The Impact of Teen Suicide
David Goodman was a pretty average 16-year-old kid. He was a rising star on the high school swim team and a successful student. But like many his age, David was restless and often suffered from extreme bouts of depression. When he failed to show up for breakfast on a school morning, his mother knew something was wrong.
"David was doing fine in school and he had good friends," says his mother, Melinda Goodman. "As his sophomore year progressed, though, he grew increasingly despondent about life. After a few weeks of worrying about him, we decided to take him to see a counselor."
Two days before David was to begin meeting with the counselor, his mother's worst fears became reality. The last night before school concluded for the summer, David wrote a brief note of apology, slipped out to the garage and used a ladder and rope to hang himself.
The wave of shock and grief that resulted from David's suicide forever changed his family, friends and community.
"Even though he had seemed depressed and moody, no one really expected David to do something like that," Goodman says. "It just doesn't seem right that someone so young should die so tragically. I could never understand why he felt it was his only option. I've spent a lot of time blaming myself."
Sadly, David is far from alone in feeling that life is not worth living. In fact, 5,000 American teenagers commit suicide every year, and according to the National Suicide Help Center, three times as many attempt it.
In a survey of high school students conducted by the American Association of Pediatrics, 60 percent said they had thought about killing themselves, and 9 percent said they had tried at least once.
"The teen years are characterized by extreme stress, confusion, self-doubt and pressure to succeed," says suicide counselor Dr. Thomas Barton. "These issues are frequently compounded by divorce, substance abuse, major relocation and a number of indiscernible factors relating to the stress of modern life. Many teens who have a difficult time coping with the changes that accompany growing up see suicide as a way out."
Disturbingly, the teen suicide rate has risen an astonishing 200 percent in the last 40 years. Today, suicide is the third leading cause of death among 15- to 24-year-olds, after auto accidents and homicide. Dr. Barton attributes the dramatic rise to a concurrent increase in divorce rates, teen drug abuse, the easy availability of guns and "increased economic pressure."
It's worth noting that teen suicide rates are twice as high among white males as among male minorities or females, and firearms are far and above the most common weapon of choice. Statistics also indicate that teen suicide rates in rural areas and the mountain states of Colorado, Wyoming, Utah and Montana are considerably higher than in the rest of the country.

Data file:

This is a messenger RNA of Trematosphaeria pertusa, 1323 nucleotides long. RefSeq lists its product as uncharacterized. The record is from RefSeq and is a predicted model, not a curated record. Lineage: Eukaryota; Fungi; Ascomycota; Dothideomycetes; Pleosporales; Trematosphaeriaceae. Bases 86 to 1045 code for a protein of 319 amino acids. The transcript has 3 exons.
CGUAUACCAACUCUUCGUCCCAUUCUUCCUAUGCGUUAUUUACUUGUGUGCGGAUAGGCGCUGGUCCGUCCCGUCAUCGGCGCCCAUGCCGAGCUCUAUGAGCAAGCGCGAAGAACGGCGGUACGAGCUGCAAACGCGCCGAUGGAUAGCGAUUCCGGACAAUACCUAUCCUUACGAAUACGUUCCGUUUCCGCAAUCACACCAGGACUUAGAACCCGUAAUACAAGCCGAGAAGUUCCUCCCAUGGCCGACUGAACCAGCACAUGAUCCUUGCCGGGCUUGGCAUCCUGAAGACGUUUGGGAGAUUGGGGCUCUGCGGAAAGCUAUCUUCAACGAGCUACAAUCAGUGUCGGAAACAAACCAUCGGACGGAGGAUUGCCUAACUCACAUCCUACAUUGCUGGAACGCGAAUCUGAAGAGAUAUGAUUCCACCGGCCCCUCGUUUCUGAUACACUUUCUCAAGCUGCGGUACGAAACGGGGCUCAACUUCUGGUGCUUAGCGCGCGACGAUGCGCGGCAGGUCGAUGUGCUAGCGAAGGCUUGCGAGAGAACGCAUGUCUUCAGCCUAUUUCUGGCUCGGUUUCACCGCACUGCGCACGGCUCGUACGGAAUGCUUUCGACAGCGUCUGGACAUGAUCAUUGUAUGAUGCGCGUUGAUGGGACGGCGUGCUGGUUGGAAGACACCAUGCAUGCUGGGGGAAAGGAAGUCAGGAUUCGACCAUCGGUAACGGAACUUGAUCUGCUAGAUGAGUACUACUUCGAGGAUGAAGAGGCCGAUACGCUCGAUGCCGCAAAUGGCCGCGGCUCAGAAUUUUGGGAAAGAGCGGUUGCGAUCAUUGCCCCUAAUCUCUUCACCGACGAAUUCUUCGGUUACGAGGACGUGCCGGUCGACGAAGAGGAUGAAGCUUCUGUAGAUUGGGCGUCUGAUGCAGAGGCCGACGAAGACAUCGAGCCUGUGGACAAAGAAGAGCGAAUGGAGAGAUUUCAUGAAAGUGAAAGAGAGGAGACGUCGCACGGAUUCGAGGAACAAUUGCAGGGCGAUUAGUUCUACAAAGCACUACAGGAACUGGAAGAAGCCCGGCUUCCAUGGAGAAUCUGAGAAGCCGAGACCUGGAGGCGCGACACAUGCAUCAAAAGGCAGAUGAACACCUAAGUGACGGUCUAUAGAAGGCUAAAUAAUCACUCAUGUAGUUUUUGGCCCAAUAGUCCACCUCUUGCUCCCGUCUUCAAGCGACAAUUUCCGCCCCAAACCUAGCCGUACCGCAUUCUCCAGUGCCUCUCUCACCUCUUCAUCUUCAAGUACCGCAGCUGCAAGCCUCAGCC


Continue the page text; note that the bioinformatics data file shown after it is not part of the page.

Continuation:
Seeing the Signs
David, who was a seemingly well-adjusted teen, outstanding athlete and high academic achiever, caught his family and classmates off guard with the catastrophic decision to end his life, but many teens who attempt to take their own lives do show early warning signs.
"Everyone exhibits regular mood swings, but if a teen's melancholy disposition lingers for more than two weeks, serious depression could be setting in," says Dr. Barton. "If there is cause for concern, parents should monitor their child's mood swings and talk to them frankly if they feel concerned."
There are other signs Dr. Barton encourages parents to watch for:
- Frequent naps or excessive sleep
- Drug or alcohol abuse
- An obsession with death (poems, music, drawings)
- Jokes about suicide
- History of suicide in the family
- Traumatic experiences such as pregnancy or relationship problems
- Suddenly giving away prized possessions
Dr. Barton emphasizes that there are a number of things a parent can do if they believe their child is considering suicide. Aside from seeking immediate counseling, parents should also remove all dangerous weapons from the household, including knives, sleeping pills, ropes and especially guns.
When dealing with a potential suicide victim, experts unanimously agree that good and immediate communication is essential. "Parents should remind their distressed teens that no matter how awful his or her problems seem, it will work out, and they are willing to help," Dr. Barton says. "Ask them to talk about their feelings. Listen carefully. Do not dismiss their problems or get angry. If the early warning signs are there, suicide is certainly preventable, but it's very important that adults respond quickly with a high level of patience."
According to one study, 90 percent of suicidal teens say that no one in their families understood them or listened to their cries for help, so it is important that parents take time to listen and help their child understand that life is not as bad as it sometimes appears.
This truism is not lost on Goodman, who, in the two years since her son's tragic death, has done all she can to make sure no other teen ever feels there isn't anyone to talk to, including helping facilitate a teen suicide crisis hot line.
"It is very healing to help others deal with their stress and fears," Goodman says. "I feel like I'm giving something to David every time I take a call and talk to someone who feels like there's no other way out. I don't want any other parent to feel the pain that comes from losing a child to suicide. It makes me feel better to know that I'm helping save lives, but I still get up in the middle of the night to check on my own kids."